By Cameron Cubbison · March 25, 2015
"It made me alive to the fact that the most important thing sometimes is what isn't said – to prepare for moments of revelation that can be read entirely on actors' faces without dialogue." -Robert Towne
Mr. Towne (Chinatown) brings up a valid point; one that can be forgotten quite a bit. Most of the time less is more. Heavy exposition can bog down a screenplay like an elephant strapped to a life raft.
When going back and editing dialogue, make sure it sounds real (reading aloud helps here) and that it's concise. When a character over explains the situation he or she is in, it seeps through the script, clouds pacing and can turn off a reader.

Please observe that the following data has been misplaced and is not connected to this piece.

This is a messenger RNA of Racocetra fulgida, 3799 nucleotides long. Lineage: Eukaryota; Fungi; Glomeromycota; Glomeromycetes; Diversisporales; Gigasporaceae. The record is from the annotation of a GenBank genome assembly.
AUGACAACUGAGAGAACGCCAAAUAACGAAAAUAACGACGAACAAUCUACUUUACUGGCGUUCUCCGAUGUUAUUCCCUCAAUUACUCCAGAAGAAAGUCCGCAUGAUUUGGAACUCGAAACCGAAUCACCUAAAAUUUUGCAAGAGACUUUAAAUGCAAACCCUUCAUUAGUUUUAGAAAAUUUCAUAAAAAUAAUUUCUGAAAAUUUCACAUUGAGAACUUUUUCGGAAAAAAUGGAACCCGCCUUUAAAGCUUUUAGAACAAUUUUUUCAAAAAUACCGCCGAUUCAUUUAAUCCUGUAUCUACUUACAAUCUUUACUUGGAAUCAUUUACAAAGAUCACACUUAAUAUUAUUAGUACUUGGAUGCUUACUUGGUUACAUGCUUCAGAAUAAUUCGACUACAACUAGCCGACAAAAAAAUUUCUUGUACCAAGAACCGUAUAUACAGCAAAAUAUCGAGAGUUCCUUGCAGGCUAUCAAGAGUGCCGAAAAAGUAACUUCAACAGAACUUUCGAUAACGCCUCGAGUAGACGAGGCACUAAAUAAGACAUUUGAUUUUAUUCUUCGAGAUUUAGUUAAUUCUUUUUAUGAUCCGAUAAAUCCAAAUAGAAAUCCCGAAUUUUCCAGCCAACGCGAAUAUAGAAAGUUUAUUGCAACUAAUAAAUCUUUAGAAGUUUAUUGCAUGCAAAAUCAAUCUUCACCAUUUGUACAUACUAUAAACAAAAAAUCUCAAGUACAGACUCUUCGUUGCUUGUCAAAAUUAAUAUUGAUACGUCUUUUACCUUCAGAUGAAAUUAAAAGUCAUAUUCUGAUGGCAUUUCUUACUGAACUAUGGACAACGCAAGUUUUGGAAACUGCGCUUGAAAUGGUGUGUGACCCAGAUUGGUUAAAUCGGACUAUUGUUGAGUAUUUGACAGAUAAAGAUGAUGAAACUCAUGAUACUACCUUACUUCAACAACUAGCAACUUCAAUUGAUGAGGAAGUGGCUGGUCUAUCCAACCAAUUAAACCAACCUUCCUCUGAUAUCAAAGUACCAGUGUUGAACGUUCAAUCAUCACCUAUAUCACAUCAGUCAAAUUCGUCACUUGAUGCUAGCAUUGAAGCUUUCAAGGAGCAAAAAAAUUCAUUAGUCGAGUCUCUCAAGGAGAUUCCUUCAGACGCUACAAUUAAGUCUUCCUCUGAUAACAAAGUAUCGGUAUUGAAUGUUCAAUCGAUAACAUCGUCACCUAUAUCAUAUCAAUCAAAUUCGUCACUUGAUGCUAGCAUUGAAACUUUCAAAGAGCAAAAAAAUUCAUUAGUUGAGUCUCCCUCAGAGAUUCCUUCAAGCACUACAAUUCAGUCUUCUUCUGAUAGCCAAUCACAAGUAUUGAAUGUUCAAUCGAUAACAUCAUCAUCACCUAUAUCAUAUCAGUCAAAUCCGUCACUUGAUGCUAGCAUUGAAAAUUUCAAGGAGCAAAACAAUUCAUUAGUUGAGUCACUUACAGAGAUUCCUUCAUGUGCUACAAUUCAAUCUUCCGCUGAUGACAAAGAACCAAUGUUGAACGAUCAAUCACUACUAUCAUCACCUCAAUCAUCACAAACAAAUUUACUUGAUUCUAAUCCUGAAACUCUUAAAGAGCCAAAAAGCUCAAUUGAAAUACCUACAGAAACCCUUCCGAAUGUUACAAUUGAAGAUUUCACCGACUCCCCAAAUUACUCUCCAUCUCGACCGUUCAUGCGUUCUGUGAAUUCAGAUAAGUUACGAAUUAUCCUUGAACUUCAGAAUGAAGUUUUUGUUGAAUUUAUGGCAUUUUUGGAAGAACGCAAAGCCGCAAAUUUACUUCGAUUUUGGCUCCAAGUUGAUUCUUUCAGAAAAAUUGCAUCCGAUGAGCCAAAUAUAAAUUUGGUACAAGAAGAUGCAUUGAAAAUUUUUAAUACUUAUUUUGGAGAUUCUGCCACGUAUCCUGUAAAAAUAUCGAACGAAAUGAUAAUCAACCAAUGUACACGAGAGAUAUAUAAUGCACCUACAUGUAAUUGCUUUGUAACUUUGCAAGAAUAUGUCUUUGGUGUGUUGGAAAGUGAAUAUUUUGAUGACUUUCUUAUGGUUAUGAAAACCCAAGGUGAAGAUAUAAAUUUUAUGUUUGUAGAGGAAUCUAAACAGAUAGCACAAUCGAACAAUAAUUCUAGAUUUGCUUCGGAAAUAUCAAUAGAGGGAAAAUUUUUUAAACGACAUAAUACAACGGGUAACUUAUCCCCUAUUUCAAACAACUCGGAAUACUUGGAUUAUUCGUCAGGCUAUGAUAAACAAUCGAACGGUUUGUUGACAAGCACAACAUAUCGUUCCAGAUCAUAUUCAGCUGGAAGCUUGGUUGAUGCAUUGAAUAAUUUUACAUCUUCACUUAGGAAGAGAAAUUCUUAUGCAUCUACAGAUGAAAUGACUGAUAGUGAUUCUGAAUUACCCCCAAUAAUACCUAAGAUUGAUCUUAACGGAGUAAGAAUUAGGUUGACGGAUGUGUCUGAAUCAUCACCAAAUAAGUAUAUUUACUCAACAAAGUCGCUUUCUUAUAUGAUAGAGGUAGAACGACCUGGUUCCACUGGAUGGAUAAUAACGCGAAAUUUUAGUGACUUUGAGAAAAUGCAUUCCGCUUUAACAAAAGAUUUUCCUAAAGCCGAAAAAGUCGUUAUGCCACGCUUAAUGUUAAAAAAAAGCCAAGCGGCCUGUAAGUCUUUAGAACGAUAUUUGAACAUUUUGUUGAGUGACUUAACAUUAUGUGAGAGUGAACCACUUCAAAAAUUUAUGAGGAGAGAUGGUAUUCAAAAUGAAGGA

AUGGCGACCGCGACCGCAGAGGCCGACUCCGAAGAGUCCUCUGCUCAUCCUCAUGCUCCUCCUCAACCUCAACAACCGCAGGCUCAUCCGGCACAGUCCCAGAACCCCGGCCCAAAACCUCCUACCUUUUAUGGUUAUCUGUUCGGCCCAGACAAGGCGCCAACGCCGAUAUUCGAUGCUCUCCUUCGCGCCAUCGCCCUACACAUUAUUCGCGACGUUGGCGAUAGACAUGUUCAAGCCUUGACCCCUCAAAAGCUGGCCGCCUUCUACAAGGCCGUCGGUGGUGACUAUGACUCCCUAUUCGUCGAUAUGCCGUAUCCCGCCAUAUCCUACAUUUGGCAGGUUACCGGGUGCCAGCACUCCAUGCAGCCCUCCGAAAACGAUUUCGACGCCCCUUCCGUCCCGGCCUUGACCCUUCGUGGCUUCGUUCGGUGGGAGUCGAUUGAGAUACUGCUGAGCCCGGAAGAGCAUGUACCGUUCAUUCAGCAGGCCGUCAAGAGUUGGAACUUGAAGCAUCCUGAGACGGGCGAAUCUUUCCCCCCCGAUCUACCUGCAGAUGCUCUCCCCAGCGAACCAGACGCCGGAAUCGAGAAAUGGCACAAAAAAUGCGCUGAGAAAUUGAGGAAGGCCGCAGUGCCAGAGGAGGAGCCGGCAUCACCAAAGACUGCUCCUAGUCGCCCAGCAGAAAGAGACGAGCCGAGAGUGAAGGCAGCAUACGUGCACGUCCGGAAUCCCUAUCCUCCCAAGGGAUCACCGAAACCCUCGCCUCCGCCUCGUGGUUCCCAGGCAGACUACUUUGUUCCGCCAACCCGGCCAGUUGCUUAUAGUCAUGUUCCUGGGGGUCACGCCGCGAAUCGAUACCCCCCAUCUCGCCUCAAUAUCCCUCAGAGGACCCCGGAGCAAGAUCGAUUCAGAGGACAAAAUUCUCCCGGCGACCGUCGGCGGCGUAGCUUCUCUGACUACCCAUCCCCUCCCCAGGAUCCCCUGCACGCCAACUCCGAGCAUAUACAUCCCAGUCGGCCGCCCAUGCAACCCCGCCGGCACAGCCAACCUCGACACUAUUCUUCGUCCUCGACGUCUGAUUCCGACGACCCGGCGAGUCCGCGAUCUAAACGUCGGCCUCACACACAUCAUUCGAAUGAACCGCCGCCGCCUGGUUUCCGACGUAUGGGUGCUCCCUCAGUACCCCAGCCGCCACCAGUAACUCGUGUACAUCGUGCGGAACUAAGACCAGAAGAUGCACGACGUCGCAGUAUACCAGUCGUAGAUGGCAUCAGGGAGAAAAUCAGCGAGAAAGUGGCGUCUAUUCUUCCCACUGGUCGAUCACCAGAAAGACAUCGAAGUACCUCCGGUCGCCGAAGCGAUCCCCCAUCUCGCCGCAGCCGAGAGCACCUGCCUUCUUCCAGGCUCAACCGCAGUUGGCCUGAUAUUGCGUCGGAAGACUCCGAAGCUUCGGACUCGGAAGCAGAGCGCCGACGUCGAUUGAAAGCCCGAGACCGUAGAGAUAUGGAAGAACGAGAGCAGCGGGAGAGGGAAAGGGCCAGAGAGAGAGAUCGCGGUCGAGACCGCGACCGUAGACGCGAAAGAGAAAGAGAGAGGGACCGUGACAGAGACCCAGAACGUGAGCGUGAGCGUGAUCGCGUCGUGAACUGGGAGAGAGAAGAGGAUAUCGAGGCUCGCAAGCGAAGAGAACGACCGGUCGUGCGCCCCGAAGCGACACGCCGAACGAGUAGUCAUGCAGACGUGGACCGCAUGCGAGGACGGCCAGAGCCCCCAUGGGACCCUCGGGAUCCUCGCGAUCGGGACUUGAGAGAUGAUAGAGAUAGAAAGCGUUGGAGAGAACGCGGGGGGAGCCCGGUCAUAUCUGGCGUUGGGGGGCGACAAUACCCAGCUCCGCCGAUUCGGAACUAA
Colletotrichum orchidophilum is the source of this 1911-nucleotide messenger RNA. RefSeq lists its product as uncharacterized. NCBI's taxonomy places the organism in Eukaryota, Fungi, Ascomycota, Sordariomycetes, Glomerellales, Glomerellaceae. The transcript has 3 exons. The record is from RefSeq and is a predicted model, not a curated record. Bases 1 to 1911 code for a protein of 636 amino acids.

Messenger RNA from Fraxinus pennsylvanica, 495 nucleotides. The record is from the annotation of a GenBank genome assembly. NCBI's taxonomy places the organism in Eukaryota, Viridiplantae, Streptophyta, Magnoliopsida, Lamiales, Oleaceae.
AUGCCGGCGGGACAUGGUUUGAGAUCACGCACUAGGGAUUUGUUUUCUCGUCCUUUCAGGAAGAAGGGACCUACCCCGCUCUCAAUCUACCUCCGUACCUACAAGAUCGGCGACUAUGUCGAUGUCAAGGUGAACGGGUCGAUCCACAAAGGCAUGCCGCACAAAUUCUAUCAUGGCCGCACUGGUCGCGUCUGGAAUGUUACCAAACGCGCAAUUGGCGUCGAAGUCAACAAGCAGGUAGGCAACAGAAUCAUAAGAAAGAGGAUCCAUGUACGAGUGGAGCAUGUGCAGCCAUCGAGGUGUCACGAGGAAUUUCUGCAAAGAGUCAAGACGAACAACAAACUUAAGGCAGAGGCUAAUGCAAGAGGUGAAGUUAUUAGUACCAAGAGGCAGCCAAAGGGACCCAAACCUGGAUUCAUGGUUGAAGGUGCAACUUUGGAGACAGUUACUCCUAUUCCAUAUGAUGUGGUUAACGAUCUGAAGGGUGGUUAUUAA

These questions will help you clean up that excessive dialogue:
1. Do I need that sentence? Or that word?
2. Do these blocks of dialogue between characters fall in line with previous [edited] dialogue blocks?
3. (After the first run of editing) Does the page of dialogue you just read develop your character(s) further? Either for the positive or negative?